With five years of ultra-easy monetary policy slowly coming to an end, politicians need to make up for lost time and speed up needed reforms of labor and product markets so societies can more easily adjust and return to economic growth, the Bank for International Settlements (BIS) said.
Despite years of rock-bottom interest rates and massive asset purchases, global economic growth remains lackluster, unemployment high, public finances unsustainable and many households and firms are still struggling to restore financial balances. Total debt has continued to rise.
With the risks and side effects of easy monetary policy growing and the benefits dwindling, central banks - first and foremost the U.S. Federal Reserve - are now starting to look towards the exit. Easy monetary policy has helped overcome the global financial crises and nursed economies back to recovery, but time provided by central banks for households and firms to repair balance sheets and governments to restore fiscal health has largely been squandered.
“The time has not been well used,” the respected BIS wrote in its latest annual report.
“Continued low interest rates and unconventional policies have made it easy for the private sector to postpone deleveraging, easy for the government to finance deficits and easy for the authorities to delay needed reforms in the real economy and in the financial sector.”
As illustrated by the Federal Reserve’s decision last week to wind up quantitative easing later this year, overburdened central banks have reached a crossroad. Delaying the inevitable exit from very easy monetary policies just makes the exit more challenging.
“Alas, central banks cannot do more without compounding the risks they have already created,” said Swiss-based BIS, known as the central bankers’ bank.
Continuing with loose monetary policy, will only tend to encourage aggressive risk-taking, the build-up of financial imbalances and distorted prices. In addition, low rates in advanced economies have spilled over to emerging economies, pushing up exchange rates and creating credit and property booms.
Instead of retarding needed changes in societies with near-zero interest rates and further purchases of government debt, BIS said central banks must return to their traditional focus and thereby encourage policy makers to change.
“After all, cheap money makes it easier to borrow than to save, easier to spend than to tax, easier to remain the same than to change,” said BIS.
Sluggish economic growth is not only causing hardship for millions of people, but also explains why central banks have continued to loosen policy over the last year and why “even more radical ideas have been entertained” BIS said, referring to nominal GDP targeting or monetization of fiscal deficits.
Unlike previous years, when BIS rarely ventured into specific public policy recommendations, the world’s oldest financial institution is not holding back in highlighting the reforms that it believes most economies need to tackle to return to strong and sustainable growth.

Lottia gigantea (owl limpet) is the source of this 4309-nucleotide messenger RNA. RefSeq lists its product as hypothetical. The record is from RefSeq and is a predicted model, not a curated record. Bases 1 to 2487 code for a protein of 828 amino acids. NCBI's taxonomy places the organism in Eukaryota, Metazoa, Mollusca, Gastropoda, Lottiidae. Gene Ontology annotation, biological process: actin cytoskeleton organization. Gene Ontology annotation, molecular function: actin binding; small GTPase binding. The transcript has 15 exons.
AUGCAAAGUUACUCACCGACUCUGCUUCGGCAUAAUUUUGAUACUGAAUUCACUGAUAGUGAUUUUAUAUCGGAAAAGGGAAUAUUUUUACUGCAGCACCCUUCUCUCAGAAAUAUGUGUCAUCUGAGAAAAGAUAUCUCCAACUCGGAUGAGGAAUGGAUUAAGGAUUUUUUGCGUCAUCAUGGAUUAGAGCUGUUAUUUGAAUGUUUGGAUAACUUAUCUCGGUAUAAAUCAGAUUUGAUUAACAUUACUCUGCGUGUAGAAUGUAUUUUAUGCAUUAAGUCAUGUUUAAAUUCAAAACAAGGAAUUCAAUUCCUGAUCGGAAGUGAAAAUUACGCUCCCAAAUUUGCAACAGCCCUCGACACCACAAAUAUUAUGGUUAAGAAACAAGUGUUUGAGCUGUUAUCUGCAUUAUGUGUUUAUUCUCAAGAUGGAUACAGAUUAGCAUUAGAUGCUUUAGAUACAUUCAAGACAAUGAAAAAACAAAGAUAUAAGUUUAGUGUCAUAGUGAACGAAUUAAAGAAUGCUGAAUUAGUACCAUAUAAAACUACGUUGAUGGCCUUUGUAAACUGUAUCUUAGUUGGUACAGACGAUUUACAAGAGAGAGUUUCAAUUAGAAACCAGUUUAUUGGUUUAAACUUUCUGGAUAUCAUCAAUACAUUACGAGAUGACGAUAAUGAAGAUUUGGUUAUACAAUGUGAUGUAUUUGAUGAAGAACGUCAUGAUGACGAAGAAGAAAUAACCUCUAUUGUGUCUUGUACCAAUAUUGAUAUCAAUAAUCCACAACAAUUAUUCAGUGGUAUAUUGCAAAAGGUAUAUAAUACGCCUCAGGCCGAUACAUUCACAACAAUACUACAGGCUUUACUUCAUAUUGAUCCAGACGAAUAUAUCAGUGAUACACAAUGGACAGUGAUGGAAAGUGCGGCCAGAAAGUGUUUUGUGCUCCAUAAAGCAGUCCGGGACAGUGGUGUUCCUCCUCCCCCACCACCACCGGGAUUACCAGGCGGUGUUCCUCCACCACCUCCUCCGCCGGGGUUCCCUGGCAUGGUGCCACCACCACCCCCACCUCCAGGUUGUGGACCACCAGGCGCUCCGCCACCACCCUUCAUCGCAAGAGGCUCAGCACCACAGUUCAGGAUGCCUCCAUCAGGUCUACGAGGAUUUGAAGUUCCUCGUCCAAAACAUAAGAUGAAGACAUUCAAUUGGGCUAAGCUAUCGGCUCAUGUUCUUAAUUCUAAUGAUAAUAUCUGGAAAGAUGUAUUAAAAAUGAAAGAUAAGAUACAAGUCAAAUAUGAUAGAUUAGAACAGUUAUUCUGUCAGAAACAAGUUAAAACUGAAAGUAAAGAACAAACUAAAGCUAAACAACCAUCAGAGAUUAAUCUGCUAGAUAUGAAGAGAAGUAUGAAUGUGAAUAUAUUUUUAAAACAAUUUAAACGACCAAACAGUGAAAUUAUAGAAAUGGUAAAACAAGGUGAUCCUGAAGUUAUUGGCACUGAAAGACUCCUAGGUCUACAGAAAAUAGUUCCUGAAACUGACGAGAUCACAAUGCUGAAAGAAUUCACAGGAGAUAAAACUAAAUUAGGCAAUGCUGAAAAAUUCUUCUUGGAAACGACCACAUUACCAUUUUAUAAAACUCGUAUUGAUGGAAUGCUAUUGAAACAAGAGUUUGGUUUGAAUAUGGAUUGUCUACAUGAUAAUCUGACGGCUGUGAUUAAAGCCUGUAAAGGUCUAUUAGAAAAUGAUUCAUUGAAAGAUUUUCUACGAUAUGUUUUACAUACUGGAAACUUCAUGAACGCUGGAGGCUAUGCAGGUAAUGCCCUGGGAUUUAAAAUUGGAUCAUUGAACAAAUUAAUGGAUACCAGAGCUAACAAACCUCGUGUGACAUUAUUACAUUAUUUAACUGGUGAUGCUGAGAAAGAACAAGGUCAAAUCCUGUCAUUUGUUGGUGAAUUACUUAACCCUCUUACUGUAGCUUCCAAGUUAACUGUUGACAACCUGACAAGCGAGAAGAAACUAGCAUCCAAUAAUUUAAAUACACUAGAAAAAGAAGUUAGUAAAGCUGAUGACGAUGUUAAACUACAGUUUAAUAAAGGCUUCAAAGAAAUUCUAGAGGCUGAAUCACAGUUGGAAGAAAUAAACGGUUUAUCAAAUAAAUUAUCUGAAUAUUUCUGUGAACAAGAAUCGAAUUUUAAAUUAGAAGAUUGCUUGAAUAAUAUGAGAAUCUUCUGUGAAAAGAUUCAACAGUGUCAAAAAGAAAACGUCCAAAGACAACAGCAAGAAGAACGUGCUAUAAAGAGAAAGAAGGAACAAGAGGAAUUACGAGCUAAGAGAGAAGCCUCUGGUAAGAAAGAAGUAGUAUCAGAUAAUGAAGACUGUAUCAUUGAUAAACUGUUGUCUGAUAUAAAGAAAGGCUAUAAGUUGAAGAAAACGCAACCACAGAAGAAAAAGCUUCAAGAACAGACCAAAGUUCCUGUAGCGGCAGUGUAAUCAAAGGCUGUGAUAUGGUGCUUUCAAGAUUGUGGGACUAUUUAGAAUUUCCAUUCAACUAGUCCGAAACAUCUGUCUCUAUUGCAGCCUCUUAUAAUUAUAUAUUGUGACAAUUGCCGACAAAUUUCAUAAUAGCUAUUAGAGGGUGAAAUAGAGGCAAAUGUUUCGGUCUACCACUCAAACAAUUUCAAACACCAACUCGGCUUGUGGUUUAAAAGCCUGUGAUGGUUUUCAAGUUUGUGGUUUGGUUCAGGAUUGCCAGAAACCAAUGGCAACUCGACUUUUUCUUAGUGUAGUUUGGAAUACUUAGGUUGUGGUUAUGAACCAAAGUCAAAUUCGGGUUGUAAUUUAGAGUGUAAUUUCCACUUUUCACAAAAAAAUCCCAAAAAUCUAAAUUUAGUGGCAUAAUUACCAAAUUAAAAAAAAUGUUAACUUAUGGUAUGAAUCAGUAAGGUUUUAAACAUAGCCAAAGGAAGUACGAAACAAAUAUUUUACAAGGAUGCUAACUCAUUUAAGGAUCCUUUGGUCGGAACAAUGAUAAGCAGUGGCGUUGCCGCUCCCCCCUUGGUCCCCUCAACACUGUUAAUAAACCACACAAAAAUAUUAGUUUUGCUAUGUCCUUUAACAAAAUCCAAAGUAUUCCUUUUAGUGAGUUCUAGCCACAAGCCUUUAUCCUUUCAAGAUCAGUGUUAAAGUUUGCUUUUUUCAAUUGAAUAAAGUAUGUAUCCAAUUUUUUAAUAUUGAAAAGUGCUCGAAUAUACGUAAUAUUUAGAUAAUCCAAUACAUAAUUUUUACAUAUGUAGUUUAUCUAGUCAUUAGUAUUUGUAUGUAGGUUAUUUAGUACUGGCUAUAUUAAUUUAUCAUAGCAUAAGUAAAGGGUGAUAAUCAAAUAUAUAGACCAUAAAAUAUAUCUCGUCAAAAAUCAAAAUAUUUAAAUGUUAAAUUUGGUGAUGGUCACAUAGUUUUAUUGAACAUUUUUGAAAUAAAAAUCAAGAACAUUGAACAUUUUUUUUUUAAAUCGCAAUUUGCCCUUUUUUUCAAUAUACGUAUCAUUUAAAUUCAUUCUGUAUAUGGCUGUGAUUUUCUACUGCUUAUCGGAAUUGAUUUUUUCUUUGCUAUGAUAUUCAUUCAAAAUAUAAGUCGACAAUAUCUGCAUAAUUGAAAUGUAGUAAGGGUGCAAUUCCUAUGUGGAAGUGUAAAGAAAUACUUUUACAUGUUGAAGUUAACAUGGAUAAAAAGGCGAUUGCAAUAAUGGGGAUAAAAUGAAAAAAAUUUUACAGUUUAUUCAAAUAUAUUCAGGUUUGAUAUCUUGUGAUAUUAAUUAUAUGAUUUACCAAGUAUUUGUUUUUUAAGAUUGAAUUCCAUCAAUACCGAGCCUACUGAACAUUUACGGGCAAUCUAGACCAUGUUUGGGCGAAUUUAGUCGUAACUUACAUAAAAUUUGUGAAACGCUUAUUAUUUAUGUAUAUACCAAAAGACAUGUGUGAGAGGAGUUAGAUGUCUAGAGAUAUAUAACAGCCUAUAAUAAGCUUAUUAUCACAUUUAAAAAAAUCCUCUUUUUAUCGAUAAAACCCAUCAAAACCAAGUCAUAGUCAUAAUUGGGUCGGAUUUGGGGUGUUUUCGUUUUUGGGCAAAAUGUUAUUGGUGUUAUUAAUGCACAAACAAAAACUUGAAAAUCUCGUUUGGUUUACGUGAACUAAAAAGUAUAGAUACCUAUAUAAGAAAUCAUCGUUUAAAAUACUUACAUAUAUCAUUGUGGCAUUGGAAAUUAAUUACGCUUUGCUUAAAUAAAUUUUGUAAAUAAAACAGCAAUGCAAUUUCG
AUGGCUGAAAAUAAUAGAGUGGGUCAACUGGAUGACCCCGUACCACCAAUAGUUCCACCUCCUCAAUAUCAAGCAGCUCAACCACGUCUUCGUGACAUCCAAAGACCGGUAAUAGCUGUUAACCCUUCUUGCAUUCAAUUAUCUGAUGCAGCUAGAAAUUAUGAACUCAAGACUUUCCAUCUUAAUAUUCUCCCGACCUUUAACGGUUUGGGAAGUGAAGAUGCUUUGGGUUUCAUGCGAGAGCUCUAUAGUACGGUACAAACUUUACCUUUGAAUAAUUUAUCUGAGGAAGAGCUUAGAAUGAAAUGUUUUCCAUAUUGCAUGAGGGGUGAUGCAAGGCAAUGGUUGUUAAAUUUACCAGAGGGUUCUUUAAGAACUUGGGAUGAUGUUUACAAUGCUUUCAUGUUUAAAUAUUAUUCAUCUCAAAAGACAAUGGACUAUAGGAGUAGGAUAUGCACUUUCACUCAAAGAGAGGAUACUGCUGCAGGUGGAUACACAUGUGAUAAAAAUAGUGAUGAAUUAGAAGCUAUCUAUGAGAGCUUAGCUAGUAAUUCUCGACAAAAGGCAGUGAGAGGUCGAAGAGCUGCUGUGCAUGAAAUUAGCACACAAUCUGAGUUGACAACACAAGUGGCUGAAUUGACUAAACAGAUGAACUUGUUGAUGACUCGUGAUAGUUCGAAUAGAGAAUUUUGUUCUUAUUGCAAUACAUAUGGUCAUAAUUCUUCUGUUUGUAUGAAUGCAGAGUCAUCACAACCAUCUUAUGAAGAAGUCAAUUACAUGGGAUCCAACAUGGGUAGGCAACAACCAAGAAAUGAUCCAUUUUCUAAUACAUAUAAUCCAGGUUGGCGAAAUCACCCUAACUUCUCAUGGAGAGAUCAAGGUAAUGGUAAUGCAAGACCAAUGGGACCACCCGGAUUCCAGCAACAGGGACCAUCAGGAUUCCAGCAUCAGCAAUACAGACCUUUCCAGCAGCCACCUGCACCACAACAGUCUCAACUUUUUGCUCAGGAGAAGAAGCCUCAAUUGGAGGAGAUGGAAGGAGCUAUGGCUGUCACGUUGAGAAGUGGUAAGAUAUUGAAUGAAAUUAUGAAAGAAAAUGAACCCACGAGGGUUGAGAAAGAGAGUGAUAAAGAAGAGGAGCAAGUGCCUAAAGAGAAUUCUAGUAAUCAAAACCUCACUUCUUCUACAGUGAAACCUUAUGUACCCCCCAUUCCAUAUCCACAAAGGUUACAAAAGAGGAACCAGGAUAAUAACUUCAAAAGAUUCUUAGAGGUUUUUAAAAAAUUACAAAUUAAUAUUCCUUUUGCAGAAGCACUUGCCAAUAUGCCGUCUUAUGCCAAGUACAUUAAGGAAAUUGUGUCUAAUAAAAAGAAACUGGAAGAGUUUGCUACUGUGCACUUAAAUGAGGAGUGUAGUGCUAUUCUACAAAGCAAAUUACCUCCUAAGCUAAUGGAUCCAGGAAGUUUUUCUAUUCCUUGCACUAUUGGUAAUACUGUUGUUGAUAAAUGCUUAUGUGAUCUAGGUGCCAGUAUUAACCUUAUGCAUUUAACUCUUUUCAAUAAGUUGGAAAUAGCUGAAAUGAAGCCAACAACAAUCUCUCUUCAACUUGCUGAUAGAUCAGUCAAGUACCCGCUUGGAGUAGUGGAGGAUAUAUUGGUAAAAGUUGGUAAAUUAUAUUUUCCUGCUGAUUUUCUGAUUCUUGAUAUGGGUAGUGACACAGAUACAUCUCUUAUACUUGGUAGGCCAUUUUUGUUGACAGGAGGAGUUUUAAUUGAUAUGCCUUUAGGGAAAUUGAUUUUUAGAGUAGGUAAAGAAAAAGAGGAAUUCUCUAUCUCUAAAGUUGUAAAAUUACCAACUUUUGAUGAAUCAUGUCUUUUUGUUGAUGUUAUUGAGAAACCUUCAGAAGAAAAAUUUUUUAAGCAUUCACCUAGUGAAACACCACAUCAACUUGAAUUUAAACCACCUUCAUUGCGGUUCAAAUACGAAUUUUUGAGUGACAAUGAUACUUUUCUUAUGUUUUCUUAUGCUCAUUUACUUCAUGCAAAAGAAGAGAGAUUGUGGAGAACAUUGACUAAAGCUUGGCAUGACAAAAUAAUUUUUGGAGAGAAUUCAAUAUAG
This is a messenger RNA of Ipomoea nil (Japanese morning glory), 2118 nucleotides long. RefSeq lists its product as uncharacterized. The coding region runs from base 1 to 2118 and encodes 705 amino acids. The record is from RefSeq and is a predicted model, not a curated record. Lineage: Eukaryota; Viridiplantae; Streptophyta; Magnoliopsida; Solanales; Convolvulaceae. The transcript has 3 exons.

Continued financial reform and repair of the finances of households, firms and governments is necessary but not enough.
“Authorities need to hasten labor and product market reforms so that economic resources can shift more easily to high-productivity sectors,” Stephen Cecchetti told journalists as he completes his five-year term at the BIS as economic adviser.
BIS pointed out that long-run economic growth and labor productivity has been trending downward in most advanced economies well before the financial crises in 2007, suggesting that part of the slowdown may be due to other factors.
“From that point of view, the crises aggravated the slowdown, but it was not the only cause,” BIS said.
Slower investment in information technology, for example, accompanied a drop in U.S. productivity and the U.S. employment rate peaked around 2000 and has been steadily falling since then for reasons that are still being debated.
Another point raised by BIS is that in the countries at the center of the financial bust, the sustainable growth path was likely overstated as financial booms tend to conceal structural misallocations of resources – construction, finance and real estate - and imbalances are first revealed when things go bust. Using previous growth rates as a benchmark is therefore not only inappropriate, but it also leads to widespread disappointment with current growth.
In order to improve growth, those past misallocations have to be put right, BIS said.
In some countries, workers and capital will need to shift away from industries that over-expanded during the boom to other sectors. In other countries, such as Italy that did not see a housing boom, productivity must rise.
In the long run, economic growth comes from new goods and services, and innovative ways of producing and delivering them.
“Regulations that obstruct innovation and change will therefore slow growth,” said BIS, adding that hindering a reallocation of capital and workers across sectors “puts the brakes on the economic engine of creative destruction.”
As such reforms typically produces winners and losers, policy makers only tend to act when their hand is forced, said BIS, noting those countries that have endured the most intense market pressure in recent years have pushed through such reforms.